In South Philadelphia's Irish and Italian neighborhoods, which have seen an influx of voucher holders, elected officials report being inundated with constituent complaints—and watching white constituents move out of the neighborhood. The area's state representative, William Keller, describes how owners of row houses suddenly find that "the house next door is being rented to people whose kids are up all night, who are out in the street yelling 'M-F' this and 'M-F' that. It's like they're trying to find the worst people." The issue, he says, "isn't race; it's class."

In Maryland's Prince George's County, an area of the Washington, D.C., suburbs with a large concentration of middle-class black residents, hundreds of voucher tenants—many of whom come from Washington, since vouchers are portable from one jurisdiction to another—do not pay their utility bills or their required 30 percent share of the rent. "We're very concerned about the program," says Mary Lou McDonough of the Prince George's Housing Authority, which doles out the vouchers. The Authority is concerned about more than non-payment. Unlike most such agencies, it screens its voucher applicants, and it finds that some of the households have criminal records—including, recently, a murder conviction. Every year, the authority boots out 25 or 30 voucher holders for brand-new crimes, usually drug-related.

How could so politically popular a program become so fraught with trouble? The problem lies both in the program's underlying assumptions and its governing regulations. The idea began with Lyndon Johnson's Kaiser Commission on Urban Housing, which mistakenly believed that the private housing market couldn't provide the poor with decent homes they could afford, despite the fact that for much of the twentieth century it did so quite well. "The root of the problem in housing America's poor," the commissioners wrote, "is the gap between the price that private enterprise must receive and the price the poor can afford. The economic gap separating millions of deprived families from adequate housing can only be bridged by government subsidies. Such subsidies create an effective and real market demand to which private enterprise has proved it will respond."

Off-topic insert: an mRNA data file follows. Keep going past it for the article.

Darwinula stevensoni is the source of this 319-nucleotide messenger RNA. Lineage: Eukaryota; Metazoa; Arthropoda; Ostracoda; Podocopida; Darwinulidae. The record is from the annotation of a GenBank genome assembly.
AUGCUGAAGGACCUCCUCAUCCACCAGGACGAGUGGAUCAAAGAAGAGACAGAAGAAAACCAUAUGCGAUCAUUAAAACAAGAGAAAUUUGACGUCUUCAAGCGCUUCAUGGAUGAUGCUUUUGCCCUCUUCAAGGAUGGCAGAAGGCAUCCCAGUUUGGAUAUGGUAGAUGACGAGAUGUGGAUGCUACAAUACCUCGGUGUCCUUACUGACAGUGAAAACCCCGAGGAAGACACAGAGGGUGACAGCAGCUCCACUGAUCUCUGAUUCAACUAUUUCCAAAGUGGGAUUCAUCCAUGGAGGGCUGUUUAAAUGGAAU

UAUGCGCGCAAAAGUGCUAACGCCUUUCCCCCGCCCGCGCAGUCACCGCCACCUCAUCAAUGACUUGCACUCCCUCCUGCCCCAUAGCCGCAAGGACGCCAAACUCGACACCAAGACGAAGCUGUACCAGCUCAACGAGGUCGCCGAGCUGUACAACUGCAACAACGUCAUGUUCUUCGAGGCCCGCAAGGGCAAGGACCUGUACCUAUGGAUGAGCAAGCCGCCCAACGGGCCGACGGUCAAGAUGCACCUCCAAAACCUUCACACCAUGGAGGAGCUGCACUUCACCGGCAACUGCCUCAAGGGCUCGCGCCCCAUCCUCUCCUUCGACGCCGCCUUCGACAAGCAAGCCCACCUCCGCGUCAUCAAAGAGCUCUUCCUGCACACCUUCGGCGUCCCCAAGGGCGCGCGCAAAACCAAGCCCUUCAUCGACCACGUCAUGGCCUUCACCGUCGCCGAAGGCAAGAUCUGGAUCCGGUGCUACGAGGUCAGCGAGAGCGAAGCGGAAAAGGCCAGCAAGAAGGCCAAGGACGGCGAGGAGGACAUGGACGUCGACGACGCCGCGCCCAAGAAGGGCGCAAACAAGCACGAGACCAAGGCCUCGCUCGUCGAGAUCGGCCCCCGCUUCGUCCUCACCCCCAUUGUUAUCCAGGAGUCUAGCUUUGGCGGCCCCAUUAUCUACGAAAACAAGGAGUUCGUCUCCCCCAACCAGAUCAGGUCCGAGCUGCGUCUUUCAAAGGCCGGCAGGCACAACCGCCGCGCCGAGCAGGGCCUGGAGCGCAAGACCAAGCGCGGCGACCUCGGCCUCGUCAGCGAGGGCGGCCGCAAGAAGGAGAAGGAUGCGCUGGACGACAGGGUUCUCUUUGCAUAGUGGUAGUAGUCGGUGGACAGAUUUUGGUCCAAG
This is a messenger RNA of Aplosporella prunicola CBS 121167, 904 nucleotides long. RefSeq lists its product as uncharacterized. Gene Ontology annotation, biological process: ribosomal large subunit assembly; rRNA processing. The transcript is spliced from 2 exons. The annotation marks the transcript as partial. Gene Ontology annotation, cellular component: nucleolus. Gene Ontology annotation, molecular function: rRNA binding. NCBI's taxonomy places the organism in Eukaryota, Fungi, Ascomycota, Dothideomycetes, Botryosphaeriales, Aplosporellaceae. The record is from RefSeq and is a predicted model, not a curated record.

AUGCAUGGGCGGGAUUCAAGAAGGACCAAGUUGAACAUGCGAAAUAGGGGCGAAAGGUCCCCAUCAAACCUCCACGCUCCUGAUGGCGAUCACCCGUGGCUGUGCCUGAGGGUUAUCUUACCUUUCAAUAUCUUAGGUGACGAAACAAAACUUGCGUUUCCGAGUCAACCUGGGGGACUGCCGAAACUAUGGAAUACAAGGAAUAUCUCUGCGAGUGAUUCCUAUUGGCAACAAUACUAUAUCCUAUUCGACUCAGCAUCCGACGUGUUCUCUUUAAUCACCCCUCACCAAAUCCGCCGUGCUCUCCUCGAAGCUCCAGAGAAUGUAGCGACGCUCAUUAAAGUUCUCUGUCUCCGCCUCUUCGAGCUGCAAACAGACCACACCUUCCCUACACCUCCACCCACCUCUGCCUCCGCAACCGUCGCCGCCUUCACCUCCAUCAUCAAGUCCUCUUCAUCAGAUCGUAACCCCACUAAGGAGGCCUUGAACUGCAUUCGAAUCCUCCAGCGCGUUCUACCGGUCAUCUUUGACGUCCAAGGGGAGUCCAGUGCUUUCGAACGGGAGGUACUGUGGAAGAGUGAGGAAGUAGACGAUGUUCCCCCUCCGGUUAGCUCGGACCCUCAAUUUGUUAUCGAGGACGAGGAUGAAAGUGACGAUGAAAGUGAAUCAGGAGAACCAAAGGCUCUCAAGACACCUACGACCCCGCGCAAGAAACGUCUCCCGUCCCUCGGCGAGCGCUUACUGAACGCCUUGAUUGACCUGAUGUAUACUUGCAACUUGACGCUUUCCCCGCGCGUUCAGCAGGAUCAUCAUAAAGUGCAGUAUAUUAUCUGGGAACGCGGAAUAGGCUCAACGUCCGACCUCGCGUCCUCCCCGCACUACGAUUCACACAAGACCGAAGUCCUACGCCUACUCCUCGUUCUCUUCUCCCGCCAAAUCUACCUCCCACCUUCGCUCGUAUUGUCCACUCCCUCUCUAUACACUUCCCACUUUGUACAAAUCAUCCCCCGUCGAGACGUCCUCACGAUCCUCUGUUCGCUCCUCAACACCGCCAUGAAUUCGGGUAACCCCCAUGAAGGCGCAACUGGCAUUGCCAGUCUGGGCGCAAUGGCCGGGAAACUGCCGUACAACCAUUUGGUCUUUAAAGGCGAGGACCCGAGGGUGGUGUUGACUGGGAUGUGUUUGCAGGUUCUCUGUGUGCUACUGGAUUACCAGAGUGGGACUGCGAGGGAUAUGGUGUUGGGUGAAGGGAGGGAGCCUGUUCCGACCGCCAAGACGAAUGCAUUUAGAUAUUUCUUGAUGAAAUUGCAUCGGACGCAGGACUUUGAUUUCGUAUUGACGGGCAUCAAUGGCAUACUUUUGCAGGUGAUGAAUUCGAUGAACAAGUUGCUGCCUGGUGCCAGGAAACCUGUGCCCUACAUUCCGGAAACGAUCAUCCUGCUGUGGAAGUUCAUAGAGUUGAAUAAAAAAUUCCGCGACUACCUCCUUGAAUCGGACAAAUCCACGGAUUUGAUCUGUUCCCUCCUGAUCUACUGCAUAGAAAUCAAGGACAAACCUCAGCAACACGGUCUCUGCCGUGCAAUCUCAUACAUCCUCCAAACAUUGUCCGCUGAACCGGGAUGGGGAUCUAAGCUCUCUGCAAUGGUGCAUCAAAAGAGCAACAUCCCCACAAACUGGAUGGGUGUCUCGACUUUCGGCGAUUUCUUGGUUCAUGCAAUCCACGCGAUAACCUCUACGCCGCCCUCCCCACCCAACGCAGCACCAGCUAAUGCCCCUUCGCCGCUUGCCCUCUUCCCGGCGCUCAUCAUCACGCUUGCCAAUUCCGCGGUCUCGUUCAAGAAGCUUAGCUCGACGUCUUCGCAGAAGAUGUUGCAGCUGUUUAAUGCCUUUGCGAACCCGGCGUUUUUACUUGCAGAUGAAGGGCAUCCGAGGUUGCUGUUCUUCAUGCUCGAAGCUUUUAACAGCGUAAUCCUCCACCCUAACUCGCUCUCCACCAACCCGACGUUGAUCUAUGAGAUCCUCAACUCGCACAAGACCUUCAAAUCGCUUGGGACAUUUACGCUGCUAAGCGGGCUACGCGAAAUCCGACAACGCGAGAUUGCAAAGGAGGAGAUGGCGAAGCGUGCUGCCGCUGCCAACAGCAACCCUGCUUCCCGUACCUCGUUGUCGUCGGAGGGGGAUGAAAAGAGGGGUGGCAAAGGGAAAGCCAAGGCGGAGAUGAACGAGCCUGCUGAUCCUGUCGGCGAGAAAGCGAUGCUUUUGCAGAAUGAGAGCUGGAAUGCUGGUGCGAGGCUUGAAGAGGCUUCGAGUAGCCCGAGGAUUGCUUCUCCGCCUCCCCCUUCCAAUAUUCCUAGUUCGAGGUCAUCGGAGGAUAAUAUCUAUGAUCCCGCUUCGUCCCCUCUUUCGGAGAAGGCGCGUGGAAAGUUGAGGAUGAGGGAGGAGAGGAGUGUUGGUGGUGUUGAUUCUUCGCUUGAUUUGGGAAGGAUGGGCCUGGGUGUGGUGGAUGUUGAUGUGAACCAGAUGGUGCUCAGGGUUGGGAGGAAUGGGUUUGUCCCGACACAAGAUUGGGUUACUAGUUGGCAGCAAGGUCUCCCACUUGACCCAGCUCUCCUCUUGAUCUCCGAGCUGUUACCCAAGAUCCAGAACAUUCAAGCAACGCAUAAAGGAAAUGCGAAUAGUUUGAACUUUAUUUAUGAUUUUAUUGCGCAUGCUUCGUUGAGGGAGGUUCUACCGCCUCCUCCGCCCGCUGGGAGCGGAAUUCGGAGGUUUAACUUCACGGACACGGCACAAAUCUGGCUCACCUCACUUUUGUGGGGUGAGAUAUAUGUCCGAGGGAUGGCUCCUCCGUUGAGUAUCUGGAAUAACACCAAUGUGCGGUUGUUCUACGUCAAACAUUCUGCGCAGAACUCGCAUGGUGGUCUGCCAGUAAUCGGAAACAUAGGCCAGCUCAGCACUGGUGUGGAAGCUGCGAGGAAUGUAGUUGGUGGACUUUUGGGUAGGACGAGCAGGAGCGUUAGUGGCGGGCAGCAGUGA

Accepting this rationale, the Nixon administration, stung by scandals and cost overruns in federally subsidized housing construction, proposed the Housing and Community Development Act of 1974, whose Section 8 authorized federal rent subsidies for privately owned apartments. These so-called Section 8 vouchers appealed to Republicans because of their contrast with public housing built and operated at government expense. Not only did vouchers rely on the private market, but also they did not require public housing's ongoing maintenance costs.